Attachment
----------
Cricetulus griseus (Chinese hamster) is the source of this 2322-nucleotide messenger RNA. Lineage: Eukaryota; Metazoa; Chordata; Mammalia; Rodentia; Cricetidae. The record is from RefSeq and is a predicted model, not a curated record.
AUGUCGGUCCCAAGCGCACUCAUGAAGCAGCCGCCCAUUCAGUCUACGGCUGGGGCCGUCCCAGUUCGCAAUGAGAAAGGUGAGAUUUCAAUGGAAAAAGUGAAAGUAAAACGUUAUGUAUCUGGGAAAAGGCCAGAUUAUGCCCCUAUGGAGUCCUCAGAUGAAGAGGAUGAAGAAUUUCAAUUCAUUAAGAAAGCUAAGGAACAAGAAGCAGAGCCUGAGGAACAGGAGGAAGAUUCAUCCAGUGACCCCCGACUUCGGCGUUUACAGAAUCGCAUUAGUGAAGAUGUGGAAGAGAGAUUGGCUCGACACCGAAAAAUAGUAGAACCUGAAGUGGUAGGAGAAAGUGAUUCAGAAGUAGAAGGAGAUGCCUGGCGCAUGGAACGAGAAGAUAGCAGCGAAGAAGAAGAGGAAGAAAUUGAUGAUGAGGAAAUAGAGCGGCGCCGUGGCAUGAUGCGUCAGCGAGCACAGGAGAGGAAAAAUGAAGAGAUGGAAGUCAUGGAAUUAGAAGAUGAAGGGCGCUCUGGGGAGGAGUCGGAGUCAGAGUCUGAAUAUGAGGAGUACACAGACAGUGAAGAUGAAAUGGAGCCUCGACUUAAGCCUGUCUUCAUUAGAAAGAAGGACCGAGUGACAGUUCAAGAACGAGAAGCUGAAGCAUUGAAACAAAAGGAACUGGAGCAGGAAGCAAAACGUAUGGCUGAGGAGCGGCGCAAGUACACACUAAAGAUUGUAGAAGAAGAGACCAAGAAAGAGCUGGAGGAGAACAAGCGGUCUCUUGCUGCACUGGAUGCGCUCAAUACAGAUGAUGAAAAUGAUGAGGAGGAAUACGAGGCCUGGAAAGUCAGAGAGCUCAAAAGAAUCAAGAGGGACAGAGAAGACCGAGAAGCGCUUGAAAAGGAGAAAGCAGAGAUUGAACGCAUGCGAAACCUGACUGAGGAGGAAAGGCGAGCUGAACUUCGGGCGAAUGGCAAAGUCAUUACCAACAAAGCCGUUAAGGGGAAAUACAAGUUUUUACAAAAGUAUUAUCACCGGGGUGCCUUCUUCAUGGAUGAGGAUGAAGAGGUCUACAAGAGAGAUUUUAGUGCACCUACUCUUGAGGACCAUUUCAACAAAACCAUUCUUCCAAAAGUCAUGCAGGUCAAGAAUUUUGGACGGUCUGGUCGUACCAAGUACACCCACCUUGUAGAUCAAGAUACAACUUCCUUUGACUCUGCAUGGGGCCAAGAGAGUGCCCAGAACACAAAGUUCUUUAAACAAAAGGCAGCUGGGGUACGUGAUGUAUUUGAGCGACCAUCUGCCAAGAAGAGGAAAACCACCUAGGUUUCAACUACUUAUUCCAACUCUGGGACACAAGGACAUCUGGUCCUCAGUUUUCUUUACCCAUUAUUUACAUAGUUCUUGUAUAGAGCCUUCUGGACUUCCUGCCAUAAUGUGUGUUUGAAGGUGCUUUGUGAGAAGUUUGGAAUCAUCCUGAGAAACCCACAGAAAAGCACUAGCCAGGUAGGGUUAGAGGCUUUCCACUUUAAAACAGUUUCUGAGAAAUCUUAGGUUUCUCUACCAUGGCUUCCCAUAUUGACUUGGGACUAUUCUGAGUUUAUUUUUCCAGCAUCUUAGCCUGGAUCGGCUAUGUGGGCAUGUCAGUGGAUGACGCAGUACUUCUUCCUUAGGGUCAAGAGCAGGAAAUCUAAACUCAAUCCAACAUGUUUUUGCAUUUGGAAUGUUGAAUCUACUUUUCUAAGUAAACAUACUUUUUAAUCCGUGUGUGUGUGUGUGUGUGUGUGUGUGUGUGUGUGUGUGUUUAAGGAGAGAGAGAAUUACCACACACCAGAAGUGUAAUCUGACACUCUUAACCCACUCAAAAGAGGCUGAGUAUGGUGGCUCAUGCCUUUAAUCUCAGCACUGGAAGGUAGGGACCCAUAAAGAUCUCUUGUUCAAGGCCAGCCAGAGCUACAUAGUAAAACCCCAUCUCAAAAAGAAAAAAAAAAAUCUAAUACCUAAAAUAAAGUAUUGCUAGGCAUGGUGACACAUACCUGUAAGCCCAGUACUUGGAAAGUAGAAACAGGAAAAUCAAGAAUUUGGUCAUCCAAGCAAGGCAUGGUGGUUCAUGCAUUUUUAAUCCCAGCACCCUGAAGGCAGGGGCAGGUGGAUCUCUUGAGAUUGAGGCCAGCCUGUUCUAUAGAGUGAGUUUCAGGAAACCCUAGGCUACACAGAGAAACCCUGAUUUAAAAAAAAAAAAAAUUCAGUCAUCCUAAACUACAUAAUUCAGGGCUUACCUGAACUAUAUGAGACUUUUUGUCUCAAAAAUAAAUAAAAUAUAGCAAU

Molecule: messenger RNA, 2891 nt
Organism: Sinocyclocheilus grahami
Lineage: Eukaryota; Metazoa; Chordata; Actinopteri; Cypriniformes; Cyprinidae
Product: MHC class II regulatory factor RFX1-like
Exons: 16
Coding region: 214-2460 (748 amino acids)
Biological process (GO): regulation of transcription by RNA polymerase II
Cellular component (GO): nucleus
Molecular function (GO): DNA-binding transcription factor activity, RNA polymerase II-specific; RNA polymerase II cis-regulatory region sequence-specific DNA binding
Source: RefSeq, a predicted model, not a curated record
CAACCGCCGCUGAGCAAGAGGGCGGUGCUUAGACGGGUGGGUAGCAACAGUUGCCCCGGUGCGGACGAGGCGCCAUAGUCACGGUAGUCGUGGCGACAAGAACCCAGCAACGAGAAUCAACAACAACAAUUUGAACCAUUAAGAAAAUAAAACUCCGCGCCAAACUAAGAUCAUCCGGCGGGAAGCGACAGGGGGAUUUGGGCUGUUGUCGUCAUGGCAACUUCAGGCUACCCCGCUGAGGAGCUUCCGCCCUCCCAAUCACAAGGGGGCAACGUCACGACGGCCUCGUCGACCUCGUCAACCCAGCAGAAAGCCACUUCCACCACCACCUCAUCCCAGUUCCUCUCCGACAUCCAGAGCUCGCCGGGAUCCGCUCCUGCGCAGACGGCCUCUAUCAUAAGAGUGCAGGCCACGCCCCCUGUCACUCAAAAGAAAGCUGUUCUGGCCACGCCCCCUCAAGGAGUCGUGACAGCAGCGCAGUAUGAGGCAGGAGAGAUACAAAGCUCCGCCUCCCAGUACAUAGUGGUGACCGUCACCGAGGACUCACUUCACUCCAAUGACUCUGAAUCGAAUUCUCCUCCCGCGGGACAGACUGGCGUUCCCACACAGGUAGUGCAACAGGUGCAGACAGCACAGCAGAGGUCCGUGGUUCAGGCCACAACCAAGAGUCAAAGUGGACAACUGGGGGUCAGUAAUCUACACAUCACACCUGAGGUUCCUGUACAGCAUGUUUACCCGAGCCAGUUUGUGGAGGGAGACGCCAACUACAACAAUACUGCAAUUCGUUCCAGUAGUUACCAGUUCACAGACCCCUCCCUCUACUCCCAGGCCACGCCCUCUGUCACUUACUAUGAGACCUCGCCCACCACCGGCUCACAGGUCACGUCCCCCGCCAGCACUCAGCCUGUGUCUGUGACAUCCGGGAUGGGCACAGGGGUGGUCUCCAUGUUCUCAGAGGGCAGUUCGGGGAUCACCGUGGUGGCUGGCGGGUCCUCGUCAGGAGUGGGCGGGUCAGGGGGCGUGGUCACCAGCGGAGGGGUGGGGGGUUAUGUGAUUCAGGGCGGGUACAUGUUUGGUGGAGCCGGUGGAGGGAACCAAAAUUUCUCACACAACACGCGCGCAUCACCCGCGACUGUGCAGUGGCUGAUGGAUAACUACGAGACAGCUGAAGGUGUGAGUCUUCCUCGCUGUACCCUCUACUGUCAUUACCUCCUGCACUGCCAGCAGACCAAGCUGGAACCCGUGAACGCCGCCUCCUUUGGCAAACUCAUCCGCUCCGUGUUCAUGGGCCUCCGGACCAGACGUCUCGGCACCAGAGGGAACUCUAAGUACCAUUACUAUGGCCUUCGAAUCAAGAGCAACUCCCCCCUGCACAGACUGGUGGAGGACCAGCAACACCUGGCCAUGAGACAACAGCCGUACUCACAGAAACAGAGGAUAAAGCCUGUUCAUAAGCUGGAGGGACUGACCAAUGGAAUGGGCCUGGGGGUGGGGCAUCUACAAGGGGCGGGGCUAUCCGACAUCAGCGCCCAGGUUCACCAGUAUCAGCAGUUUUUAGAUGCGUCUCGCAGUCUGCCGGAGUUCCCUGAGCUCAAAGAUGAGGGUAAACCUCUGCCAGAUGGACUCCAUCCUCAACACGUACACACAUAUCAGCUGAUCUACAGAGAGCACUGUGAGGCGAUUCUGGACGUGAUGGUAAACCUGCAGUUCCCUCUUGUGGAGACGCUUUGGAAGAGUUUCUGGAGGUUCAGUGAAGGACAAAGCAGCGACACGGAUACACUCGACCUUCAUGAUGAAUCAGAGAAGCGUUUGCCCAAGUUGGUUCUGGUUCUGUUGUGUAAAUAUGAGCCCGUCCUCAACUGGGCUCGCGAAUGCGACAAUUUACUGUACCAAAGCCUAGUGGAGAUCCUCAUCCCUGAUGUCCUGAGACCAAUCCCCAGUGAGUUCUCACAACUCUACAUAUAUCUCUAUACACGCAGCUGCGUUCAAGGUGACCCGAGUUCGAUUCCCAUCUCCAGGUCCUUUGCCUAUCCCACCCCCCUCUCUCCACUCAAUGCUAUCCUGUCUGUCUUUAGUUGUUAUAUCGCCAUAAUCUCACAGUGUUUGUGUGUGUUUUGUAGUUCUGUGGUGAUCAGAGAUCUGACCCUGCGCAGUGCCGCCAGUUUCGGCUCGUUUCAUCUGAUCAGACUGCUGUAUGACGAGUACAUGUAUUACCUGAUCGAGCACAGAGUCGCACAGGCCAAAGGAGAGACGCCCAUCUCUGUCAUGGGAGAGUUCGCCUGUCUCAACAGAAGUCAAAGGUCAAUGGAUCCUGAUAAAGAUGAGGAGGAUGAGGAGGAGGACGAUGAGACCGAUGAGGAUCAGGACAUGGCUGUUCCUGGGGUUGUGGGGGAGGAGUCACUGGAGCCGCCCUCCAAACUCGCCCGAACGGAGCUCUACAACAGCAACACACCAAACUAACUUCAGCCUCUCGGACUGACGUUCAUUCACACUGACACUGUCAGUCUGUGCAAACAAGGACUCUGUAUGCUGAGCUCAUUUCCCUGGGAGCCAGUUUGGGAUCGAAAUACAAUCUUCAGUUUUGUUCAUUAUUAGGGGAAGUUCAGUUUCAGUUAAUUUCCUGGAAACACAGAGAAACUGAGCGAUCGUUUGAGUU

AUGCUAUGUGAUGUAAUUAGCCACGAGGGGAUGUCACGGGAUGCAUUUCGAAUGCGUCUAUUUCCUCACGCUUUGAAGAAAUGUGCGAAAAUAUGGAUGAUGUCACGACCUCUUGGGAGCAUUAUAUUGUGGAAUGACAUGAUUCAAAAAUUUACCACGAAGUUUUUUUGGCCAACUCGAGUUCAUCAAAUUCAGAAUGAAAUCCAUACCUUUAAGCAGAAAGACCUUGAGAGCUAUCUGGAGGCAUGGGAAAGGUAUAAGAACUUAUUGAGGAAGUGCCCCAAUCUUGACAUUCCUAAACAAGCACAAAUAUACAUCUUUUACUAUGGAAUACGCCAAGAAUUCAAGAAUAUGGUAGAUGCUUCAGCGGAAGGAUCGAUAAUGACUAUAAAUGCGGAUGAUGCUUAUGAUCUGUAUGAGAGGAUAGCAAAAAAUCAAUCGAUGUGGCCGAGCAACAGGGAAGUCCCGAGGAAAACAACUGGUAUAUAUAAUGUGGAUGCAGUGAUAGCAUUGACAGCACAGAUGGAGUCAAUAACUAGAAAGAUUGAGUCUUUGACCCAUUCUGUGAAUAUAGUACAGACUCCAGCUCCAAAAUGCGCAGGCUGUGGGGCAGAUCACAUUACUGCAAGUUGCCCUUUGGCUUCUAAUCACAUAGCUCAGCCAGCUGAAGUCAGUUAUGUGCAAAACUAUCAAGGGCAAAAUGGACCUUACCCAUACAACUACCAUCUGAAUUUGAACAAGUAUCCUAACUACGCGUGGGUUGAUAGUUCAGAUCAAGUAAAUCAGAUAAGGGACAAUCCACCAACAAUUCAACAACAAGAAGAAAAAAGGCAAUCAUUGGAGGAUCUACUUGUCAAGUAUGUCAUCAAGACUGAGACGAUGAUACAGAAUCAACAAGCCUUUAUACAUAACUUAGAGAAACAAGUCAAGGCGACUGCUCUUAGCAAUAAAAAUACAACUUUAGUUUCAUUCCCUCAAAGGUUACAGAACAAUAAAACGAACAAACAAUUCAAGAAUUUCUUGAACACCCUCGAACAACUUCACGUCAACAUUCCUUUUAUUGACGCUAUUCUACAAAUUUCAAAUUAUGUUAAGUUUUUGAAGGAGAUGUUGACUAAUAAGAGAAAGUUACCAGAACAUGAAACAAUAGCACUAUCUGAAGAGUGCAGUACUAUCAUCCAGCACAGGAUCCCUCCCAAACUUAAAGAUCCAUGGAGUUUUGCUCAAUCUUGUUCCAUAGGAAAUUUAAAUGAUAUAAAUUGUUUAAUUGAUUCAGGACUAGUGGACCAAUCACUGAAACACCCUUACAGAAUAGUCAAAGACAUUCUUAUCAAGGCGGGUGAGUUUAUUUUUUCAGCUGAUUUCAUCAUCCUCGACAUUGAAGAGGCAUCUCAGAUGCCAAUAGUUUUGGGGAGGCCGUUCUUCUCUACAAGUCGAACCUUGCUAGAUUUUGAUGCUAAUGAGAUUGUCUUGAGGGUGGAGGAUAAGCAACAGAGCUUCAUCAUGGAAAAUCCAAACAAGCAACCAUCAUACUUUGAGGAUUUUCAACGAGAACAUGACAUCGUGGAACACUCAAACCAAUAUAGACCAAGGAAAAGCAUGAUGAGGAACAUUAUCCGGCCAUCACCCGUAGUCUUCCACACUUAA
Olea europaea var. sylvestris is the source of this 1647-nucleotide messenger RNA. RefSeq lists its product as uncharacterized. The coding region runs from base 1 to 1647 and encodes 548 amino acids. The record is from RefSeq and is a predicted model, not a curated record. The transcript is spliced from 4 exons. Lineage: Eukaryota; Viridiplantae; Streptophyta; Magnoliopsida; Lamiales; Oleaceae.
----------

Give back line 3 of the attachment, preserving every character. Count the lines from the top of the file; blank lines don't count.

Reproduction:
Molecule: messenger RNA, 2891 nt